For Native Americans, sex was much more than a means of reproduction, it was an activity to be practiced and appreciated. Indeed, sexual pleasure was considered a spiritual gift. Nor were sexual relations limited to couples of the opposite sex. A “berdache” (a word Europeans used for designating the winkte) could marry another man who would treat him as his wife, not only for domestic chores (which they could perform with more strength than a woman), if not also for a socially accepted homosexual relationship. These relationships within the same sex were not practiced only by the berdache, there also existed women who adopted male roles, though this is less documented.
The historian Gracilazo de la Vega amassed astonishing myths that existed all along the Ecuadorian coast where the main characters were homosexual heroes. This was a tradition repeated generation after generation. He narrated how, swept along by the fury of the sea, some giant men arrived on the Ecuadorian coasts, all of them possessing great bravery. He described how, after emerging victorious in bloody battles on land, they built beautiful stone buildings with “deep wells, works that certainly make their memory worthwhile.”
This same history recounts that the rest of these sailors of admirable greatness could be found dispersed between Manta and Portoviejo, and that all of them were homosexuals. This and other chronicles allow it to be affirmed that homosexuality was extolled along the Ecuadorian coast before and during Inca domination.
Likewise in Peru, the Spanish colonialists dictated the first law against transvestism. According to this, any indigenous male dressed in women’s clothing or any female dressed in men’s clothing would be arrested and subjected to one hundred lashes; the male would also have his hair cut off in public.
Upon the second offense they would be tied to a post for six hours in plain view of everyone. The third time, they would be sent to the mayor of Villa of Miraflores to be subjected to justice according to the law. The origins of this disposition were in the Bible, where it is stated: “The woman shall not wear that which pertaineth unto a man, neither shall a man put on a woman’s garment: for all that do so are abomination unto the Lord thy God” (Deuteronomy 22:5).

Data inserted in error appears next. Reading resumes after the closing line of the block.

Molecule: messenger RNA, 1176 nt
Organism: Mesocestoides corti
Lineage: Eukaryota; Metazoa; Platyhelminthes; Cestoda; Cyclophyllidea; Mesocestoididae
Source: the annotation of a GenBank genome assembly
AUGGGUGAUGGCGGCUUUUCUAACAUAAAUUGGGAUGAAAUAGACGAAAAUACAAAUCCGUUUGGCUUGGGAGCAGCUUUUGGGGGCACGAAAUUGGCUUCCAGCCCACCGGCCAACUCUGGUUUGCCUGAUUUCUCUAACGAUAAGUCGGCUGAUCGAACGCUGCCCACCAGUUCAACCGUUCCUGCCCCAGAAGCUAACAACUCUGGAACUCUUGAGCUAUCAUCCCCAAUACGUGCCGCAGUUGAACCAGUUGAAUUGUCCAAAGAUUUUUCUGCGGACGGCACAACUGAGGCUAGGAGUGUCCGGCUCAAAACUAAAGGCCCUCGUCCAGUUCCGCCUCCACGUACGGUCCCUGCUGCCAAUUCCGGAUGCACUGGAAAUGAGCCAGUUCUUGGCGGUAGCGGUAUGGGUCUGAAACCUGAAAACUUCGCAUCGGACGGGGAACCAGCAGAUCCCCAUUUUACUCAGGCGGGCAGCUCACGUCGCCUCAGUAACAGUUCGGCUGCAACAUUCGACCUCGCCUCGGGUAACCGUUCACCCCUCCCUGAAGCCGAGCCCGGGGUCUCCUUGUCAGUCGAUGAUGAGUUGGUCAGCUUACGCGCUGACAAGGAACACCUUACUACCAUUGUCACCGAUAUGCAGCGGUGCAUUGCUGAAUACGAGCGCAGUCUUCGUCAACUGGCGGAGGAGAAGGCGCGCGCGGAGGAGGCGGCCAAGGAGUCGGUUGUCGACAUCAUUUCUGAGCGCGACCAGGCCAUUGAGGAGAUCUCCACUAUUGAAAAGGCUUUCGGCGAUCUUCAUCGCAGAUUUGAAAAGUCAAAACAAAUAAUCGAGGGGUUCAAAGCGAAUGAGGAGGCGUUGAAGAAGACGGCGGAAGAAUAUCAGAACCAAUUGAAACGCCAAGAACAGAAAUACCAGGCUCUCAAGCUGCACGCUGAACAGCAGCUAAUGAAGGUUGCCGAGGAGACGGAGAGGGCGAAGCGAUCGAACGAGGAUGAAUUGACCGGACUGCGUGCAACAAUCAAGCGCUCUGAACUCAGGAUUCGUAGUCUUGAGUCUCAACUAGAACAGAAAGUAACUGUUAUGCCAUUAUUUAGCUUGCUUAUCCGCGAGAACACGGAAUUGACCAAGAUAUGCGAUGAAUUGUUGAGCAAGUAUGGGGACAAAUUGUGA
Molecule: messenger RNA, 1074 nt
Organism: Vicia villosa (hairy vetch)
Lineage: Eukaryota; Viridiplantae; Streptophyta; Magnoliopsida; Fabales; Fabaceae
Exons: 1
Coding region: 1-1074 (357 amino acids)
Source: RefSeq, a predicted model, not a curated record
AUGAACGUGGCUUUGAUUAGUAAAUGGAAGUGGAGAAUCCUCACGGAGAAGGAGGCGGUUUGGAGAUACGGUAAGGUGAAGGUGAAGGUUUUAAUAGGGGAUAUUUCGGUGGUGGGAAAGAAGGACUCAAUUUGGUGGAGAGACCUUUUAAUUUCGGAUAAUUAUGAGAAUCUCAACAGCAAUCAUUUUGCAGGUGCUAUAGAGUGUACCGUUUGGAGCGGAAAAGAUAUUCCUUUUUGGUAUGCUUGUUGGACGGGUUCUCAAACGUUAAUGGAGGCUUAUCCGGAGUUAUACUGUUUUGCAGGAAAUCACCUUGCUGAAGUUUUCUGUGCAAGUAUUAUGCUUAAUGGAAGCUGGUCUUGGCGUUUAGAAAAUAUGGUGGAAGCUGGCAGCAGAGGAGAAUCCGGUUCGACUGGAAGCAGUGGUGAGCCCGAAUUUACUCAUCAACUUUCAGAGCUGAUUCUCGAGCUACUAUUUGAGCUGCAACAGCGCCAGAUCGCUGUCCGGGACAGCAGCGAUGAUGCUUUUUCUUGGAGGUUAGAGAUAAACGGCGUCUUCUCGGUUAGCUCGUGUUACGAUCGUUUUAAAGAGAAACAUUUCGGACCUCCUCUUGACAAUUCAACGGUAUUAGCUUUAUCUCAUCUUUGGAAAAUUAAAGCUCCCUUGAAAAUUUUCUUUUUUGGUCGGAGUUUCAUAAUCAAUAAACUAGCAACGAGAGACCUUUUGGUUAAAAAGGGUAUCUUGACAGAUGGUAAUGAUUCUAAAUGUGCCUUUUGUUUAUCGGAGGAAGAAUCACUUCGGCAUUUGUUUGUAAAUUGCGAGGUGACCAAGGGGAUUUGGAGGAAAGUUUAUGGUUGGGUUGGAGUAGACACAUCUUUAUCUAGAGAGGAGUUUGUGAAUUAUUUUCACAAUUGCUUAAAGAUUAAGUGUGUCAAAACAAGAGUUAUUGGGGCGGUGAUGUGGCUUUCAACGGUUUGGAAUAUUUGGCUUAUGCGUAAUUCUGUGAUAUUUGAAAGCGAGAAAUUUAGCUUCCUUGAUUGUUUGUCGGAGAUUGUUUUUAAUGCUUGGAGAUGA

The Spanish colonialists re-organized the aboriginal societies they conquered. This was done from the economic and family point of view —but also according to sexuality, gender and sexual roles— in order to facilitate their exploitation, oppression and enslavement.
They considered homosexuality as a sin against nature and as the corruption of the soul in alliance with the devil (according to their own religion). The Spaniards persecuted those who committed acts of “sodomy” and punished them on a wide scale by burning these “sodomites” at the stake. The Spaniards themselves confirmed the veracity of this terror crusade. Antonio de la Calancha, a Spanish official in Lima, wrote that during the raid of Vasco Núñez de Balboa in Panama, “He saw men dressed as women; Balboa learned that they were sodomites and threw their leader and forty others to the dogs, which ate them. A correct action carried out by an honorable Spanish Catholic.”
When the Spanish invaded the Antilles and Louisiana, they found men who were dressed as women but were respected in their societies. Thinking that they were hermaphrodites or homosexuals, the Spanish murdered them.
It also seems that some pre-Columbian tribes —considered inferior by the conquerors— were more prepared to accept the differences and peculiarities of each human being and to find a place for them in society, from what we can surmise.
During these times, there were no transgenic foods to blame for the existence of male and female homosexuality.
It’s sad that Bolivian President Evo Morales has not found more intelligent arguments against transgenic foods and that he was only able to appeal to machismo, which served to reinforce existing prejudices against male homosexuality.
Could it be for Morales that cancer, asthma and malformations —which many scientists cite among the noxious effects of transgenic foods— are less serious than male homosexuality?
Finally, we must ask whether he is concerned about the planet or other people’s sexuality. If we guide ourselves by his argument, I suppose women can continue eating these chickens because, after all, female hormones will not cause “deviations” in them.